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The Bible documents well the story of Jesus’ birth, some scant details about him as a pre-teen, and multiple accounts of the last years of his life. But I’ve always wondered about the little details of Jesus’ life that didn’t make it into the Bible.
I don’t much care whether Jesus was the long-haired white guy seen in most photos. What he did overshadows how he may have looked. But I have this fantasy that whatever Jesus’ physical appearance was when he walked the Earth looked like the facial average of every person who has lived or will ever.
That way Jesus wouldn’t represent any one race or bloodline and no one gets to claim superiority. He would just look like a cross between my face and yours… and your boss’s… and every other face. If we looked at him, we would just instinctively understand that he is connected to us and we him, making us all connected to each other.
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[Word count: 496. Approximate read time: 2 minutes]
Whenever I visit my hometown, my mother does not let me leave until she prays for me. It’s always been that way since the mid-80s when she got good and saved. That means whether dropping me off at elementary school or releasing me to the freeways so I could get back home to Los Angeles, it’s still the same thing. I would have to pad my travel time by about 5 or 10 minutes for Mom.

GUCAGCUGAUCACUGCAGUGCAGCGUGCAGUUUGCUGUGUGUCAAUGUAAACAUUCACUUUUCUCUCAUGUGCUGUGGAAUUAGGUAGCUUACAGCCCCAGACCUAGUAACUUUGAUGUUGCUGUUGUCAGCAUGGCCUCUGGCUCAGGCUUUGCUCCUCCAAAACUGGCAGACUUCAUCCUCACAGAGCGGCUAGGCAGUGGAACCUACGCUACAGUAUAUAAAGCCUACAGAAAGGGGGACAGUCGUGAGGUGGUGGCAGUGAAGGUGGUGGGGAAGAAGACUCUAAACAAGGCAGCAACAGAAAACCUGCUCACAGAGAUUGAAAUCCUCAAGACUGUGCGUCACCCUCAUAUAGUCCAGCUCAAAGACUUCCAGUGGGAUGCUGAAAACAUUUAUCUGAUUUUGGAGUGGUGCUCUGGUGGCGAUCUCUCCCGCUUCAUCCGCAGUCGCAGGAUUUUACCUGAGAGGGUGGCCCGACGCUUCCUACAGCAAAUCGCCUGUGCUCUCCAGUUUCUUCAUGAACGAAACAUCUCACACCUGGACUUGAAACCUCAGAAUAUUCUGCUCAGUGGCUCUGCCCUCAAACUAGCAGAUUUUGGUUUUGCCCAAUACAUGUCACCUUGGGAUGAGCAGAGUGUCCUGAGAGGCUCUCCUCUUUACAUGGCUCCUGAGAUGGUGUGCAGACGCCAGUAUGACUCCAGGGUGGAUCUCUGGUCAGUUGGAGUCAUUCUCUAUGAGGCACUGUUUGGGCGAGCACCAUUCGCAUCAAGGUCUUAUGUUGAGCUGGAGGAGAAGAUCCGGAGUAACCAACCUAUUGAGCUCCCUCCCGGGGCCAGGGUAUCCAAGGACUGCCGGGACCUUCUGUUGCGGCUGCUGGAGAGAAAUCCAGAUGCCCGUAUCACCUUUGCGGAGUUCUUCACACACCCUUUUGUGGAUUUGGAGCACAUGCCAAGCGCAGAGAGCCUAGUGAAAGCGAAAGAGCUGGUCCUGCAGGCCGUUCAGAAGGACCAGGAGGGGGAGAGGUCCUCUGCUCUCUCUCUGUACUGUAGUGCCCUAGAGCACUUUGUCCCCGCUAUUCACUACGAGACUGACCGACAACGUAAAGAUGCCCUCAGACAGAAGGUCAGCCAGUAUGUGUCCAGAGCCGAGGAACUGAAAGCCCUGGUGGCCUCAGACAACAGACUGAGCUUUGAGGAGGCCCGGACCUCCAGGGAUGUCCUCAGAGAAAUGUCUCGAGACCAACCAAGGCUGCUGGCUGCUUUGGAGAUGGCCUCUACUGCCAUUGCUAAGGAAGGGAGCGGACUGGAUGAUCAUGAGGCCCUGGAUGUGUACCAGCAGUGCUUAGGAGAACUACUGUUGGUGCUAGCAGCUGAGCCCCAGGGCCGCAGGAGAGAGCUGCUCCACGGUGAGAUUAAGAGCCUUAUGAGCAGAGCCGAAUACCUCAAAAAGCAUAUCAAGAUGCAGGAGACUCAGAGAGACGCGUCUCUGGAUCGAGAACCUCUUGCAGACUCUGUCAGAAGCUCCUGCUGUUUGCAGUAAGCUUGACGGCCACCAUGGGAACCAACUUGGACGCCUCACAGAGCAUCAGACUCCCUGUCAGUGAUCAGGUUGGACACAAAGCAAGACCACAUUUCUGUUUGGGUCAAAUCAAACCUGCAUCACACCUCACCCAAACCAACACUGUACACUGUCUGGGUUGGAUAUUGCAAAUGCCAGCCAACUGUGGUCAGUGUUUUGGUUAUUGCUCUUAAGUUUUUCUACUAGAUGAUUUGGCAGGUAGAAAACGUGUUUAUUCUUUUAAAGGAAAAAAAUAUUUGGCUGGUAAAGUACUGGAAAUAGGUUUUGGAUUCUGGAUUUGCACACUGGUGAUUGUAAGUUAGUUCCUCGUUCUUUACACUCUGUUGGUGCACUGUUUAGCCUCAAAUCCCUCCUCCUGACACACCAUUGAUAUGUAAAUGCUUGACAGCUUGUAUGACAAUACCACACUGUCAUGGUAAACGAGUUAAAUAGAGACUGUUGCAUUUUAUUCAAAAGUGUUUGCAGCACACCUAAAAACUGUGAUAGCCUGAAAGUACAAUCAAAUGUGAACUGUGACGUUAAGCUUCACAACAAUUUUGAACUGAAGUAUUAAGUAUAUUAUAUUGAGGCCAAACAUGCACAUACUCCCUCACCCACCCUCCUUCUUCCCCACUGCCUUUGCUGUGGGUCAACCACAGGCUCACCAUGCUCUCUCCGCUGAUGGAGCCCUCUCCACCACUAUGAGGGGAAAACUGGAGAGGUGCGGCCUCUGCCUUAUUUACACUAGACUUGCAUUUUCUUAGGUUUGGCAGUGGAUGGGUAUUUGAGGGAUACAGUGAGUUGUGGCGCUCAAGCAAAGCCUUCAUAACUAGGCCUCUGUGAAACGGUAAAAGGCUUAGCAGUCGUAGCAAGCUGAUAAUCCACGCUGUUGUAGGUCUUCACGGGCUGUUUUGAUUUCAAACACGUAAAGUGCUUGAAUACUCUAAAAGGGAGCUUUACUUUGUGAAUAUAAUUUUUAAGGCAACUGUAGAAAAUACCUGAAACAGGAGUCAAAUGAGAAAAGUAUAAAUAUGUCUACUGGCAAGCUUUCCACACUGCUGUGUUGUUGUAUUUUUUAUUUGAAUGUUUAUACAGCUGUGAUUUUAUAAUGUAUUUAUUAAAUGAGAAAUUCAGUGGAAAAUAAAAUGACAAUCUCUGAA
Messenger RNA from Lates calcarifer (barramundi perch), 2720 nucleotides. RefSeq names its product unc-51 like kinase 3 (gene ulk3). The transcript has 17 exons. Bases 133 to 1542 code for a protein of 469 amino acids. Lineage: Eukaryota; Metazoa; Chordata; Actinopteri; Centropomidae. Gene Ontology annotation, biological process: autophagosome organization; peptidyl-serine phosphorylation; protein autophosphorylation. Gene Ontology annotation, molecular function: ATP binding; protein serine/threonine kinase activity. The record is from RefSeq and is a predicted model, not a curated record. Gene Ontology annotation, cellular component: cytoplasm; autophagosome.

There is a very singular way her hand shakes when Mom prays for me. It’s not violent, or over the top. It’s just the slightest bit stronger than the magnitude felt when you lean against the dryer on its final spin cycle. It’s actually kind of relaxing. In any case, I can see it coming on as she reaches up to place her hand on my forehead.
If I didn’t know her well, I might think it was a put-on to dramatize the prayer. That’s no act. It’s been consistent throughout, which gives it credence. Fakeries reveal themselves over time.
These days, I moonlight as a skeptic. But I wonder about that. There must be something real to it. And I wonder what it is. Continue reading →
[Word count: 879. Approximate read time: 3-4 minutes]
Sade’s “By Your Side” is my ideal love song.
Even while writing God and the Silent Treatment, I remembered its lyrics are one answer to the forlorn, abandoned questions posed in Jars of Clay’s “Silence.” Often when romance is exaggerated in love songs, it becomes something men and women are incapable of giving. However, the faithful love described in “By Your Side” is very godlike. It doesn’t take a great leap to relate it to scripture.
“You think I’d leave your side, baby? You know me better than that.”
Doubting God may be engrained in my analytical nature. I almost always need God to mock my unbelief and cite our history. “Do you really think I’d abandon you? C’mon. You may be unsure about many things, but you know that you at least know that.”
I’m like one of those kids who goes into histrionics whenever a parent leaves their sight. Mom or dad has to come back and calm the kid down: “Have I ever left you? Don’t I always come back? Don’t you know how much I love you?”
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